20                  To resolve that question it is first necessary to consider the effect of the notices given by Sovcomflot in December 1998.  In my opinion, the 1993 sub-demise charterparty was intended to operate in this way.  First Kamchatka was by operation of articles 4(3), 5(1) and 6(1) to have possession and exclusive control of the Vessel throughout the charter period (defined in article 2) which is the period commencing from the delivery of the Vessel to the date of the last payment in accordance with the payment schedule.  If Kamchatka defaulted, Sovcomflot could terminate the agreement (article 11(2)(a)) with at least four possible consequences. The first was that payment was immediately made by Kamchatka of all outstanding amounts and title to the Vessel would be transferred to Kamchatka (article 11(2)(a)).  That obligation to pay was a continuing one (article 3(4)(i)).  Second Sovcomflot could exercise its power to sell free of any charter (article 11(2)(b)(i)) and pending such sale, hold, use, operate, charter, lease or keep idle the Vessel (article 11(2)(c)).  Third Sovcomflot could demand redelivery at a nominated port though if the demand was not complied with, exercise a right to enter upon and reposses the Vessel (article 11(2)(d)).  A fourth consequence was that none of these events occured as happened in the present case.  That is, Kamchatka did not pay all outstanding amounts, Sovcomflot did not purport to exercise a power of sale and Sovcomflot did not demand redelivery at a nominated port.  The question that then arises is the nature of the relationship between Sovcomflot and Kamchatka and whether Kamchatka remained a demise charterer when Kamchatka remained in at least physical possession and control of the Vessel. 

21                  A broadly similar situation was considered by Tamberlin J in Patrick Stevedores No 2 Pty Ltd v MV “Turakina” (1998) 154 ALR 666.  The Turakina was sub-demise chartered by South Pacific Shipping Ltd (“SPS”) from Deil Shipowners BV (“Deil”).  The vessel was arrested on 19 February 1998.  On 18 February 1998 Deil wrote to SPS stating the charterparty was terminated with immediate effect.  There was no express power to terminate, at least of the type involved.  Redelivery was directed.  In issue was whether at the time of arrest, SPS was a demise charterer for the purposes of s 18.  The charterparty provided that the vessel was to be in the full possession and complete control of SPS during the charter period.  It also provided that Deil had, after default in payment of hire, a right to withdraw the vessel but that the hire of the vessel was to continue until redelivery.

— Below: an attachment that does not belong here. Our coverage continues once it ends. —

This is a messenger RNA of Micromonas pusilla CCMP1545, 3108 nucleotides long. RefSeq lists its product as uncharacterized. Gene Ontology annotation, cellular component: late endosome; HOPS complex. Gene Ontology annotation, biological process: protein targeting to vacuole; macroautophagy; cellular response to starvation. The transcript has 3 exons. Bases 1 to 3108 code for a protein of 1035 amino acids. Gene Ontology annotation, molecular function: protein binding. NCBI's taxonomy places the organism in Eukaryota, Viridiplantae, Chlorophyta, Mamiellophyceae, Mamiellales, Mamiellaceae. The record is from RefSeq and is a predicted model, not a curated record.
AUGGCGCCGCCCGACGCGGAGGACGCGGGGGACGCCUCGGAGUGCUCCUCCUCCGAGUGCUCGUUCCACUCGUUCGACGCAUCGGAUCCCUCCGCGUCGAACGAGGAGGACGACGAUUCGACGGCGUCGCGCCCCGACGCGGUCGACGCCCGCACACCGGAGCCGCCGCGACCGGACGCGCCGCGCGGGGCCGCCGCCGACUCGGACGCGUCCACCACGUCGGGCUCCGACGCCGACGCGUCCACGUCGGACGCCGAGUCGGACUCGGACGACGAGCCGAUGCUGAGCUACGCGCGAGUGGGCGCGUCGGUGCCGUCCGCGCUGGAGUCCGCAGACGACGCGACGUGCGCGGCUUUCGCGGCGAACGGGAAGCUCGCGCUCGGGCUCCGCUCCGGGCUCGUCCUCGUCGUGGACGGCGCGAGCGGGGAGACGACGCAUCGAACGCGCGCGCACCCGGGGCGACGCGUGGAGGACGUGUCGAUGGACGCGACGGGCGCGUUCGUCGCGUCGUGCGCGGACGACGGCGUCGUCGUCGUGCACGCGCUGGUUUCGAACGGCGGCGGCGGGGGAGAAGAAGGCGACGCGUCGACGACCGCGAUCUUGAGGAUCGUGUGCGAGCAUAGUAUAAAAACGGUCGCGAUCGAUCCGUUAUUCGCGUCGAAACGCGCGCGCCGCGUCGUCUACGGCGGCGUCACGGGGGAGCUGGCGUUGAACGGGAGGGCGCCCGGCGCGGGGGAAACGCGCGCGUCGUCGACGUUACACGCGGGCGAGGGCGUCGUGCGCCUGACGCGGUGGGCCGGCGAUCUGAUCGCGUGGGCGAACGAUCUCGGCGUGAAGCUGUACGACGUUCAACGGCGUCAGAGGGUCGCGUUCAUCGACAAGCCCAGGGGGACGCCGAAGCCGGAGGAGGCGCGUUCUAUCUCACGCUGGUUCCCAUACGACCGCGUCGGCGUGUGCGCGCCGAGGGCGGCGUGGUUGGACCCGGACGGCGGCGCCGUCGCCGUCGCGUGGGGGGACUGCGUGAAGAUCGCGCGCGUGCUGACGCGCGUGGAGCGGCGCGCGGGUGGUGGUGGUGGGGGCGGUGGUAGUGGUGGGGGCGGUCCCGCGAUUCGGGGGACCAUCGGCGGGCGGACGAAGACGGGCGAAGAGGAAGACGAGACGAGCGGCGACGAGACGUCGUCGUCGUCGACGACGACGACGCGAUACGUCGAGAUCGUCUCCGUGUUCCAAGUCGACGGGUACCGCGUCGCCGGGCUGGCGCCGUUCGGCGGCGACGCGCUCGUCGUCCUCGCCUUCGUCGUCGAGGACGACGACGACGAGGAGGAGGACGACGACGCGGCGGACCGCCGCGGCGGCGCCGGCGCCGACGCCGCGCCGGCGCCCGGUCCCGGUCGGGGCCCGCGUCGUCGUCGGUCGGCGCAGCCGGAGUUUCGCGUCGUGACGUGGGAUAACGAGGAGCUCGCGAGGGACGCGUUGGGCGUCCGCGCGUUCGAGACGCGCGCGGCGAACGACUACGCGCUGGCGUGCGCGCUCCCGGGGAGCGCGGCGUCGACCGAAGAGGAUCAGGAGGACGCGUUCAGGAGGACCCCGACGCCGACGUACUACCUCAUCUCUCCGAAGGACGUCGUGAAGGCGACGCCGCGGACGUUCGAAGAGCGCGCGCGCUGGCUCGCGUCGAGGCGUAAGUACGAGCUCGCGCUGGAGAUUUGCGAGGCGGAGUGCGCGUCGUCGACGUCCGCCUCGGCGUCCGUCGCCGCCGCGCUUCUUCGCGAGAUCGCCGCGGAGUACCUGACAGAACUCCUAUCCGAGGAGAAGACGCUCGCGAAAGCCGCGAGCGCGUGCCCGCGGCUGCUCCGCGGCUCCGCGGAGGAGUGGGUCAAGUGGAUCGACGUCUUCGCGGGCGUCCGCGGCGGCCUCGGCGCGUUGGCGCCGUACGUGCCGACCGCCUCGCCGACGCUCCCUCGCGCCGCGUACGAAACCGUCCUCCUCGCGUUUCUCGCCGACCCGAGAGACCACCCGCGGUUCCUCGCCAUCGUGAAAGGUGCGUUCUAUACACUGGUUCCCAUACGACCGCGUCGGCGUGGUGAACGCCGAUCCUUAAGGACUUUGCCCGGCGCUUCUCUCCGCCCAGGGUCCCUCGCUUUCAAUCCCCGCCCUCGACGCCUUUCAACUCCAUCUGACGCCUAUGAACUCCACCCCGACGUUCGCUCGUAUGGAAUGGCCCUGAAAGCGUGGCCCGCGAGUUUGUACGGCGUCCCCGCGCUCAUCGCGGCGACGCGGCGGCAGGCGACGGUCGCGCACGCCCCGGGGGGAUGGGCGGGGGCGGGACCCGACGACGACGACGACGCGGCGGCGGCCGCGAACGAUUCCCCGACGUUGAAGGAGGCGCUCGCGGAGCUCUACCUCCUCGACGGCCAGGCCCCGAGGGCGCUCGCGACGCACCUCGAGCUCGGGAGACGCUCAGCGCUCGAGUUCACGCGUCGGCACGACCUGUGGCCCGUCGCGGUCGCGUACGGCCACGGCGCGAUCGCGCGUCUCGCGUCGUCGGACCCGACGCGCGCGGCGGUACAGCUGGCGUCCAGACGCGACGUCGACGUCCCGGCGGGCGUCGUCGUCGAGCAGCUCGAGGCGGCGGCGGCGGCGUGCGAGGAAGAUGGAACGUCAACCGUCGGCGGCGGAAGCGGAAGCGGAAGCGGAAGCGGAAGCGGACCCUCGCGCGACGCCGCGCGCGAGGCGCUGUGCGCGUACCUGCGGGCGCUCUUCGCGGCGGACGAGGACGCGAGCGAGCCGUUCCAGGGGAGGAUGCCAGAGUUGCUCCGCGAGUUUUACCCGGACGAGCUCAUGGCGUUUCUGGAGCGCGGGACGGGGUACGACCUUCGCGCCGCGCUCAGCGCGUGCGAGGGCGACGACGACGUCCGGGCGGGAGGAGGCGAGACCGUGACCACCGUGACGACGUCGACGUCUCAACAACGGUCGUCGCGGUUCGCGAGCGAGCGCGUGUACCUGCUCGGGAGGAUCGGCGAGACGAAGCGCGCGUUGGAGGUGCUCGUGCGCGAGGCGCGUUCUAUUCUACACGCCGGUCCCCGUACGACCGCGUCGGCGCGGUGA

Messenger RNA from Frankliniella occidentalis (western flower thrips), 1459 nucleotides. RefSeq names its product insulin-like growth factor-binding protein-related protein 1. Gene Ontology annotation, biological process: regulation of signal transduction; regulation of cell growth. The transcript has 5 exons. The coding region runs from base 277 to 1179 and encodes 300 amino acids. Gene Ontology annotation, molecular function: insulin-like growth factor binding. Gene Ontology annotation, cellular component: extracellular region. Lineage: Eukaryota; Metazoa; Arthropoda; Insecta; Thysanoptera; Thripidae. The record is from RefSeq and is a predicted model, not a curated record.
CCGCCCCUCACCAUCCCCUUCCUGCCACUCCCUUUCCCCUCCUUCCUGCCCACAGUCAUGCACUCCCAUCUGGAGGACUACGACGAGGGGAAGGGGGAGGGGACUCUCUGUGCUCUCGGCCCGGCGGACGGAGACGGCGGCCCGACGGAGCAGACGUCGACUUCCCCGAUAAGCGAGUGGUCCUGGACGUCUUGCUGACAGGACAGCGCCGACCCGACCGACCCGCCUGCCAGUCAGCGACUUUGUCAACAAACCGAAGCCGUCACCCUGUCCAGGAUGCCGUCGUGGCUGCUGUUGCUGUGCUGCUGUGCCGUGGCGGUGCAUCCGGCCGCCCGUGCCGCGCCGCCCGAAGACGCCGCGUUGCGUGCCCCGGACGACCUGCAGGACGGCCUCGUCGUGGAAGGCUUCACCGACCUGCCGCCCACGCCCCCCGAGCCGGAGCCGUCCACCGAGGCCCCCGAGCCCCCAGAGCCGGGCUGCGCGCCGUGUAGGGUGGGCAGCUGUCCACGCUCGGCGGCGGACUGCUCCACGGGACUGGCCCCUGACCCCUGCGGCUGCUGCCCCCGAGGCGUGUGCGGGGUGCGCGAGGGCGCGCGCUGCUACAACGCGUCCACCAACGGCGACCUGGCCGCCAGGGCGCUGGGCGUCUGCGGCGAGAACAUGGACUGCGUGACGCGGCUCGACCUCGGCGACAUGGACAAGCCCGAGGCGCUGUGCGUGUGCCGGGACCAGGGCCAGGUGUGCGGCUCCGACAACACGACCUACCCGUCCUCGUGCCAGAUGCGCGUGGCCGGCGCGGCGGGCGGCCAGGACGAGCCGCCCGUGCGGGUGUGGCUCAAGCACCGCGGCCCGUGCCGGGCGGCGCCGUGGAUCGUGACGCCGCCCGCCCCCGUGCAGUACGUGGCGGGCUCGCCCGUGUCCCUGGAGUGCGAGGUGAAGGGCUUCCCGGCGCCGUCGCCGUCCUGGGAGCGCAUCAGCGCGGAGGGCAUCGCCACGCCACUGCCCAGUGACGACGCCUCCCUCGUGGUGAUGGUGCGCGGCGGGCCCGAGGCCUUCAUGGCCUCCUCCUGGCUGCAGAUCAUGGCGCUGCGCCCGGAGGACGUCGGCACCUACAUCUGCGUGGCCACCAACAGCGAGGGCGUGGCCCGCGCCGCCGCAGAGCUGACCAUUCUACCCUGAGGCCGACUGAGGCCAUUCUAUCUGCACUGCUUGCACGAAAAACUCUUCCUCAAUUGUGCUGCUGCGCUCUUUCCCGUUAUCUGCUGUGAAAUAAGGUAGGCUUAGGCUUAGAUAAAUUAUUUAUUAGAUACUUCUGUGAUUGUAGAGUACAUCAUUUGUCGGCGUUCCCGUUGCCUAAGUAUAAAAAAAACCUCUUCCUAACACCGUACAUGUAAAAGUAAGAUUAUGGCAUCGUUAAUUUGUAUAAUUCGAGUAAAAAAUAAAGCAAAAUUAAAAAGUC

22                  After setting out the facts and the relevant provisions of the charterparty , Tamberlin J discussed the nature of a demise charter and the effect of withdrawal of a vessel from the charter.  As to what were the characteristics of a demise charter, his Honour said at 671:

“A charter by demise is one by which the owner parts the whole possession and control of the ship and gives the charterer a power and right independent of him and without reference to him to do what he pleases with the regard to the appointment and employment of crew: Sandeman v Scurr [1866] LR 2 QB 86 at 96; Baumvoll Manufactur von Scheibler v Gilchrist [1892] 1 QB 253 at 259; Australasian United Steam Navigation Co Ltd v Shipping Control Board (1945) 71 CLR 508 at 521-2, 525, 526-7, 528; see also Scrutton on Charterparties, 20th edn at 59-60.  As Scrutton points out, a charter by demise operates as a lease of the ship itself to which the services of the master and crew may or may not be super-added.”

23                  His Honour then considered the effect of withdrawal of the vessel.   That is, the effect of an intimation by Deil that SPS had to redeliver the vessel and the charterparty  was terminated.  Reference was made to the Agios Giorgis [1976] 2 Lloyd’s Rep 192, The Aegnoussiotis [1977] 1 Lloyd’s Rep 268, Scrutton on Charterparties (20th ed. 1996), A/S Tankexpress v Campagnie Financiere Belge des Petroles SA (1948) Ll L Rep 43, Sea and Land Securities Ltd v William Dickinson and Co Ltd [1942] 2 KB 65 and Italian State Railways v Mavnrogordatos [1919] 2 KB 305.  His Honour concluded by first discussing what might constitute withdrawal and redelivery at 675: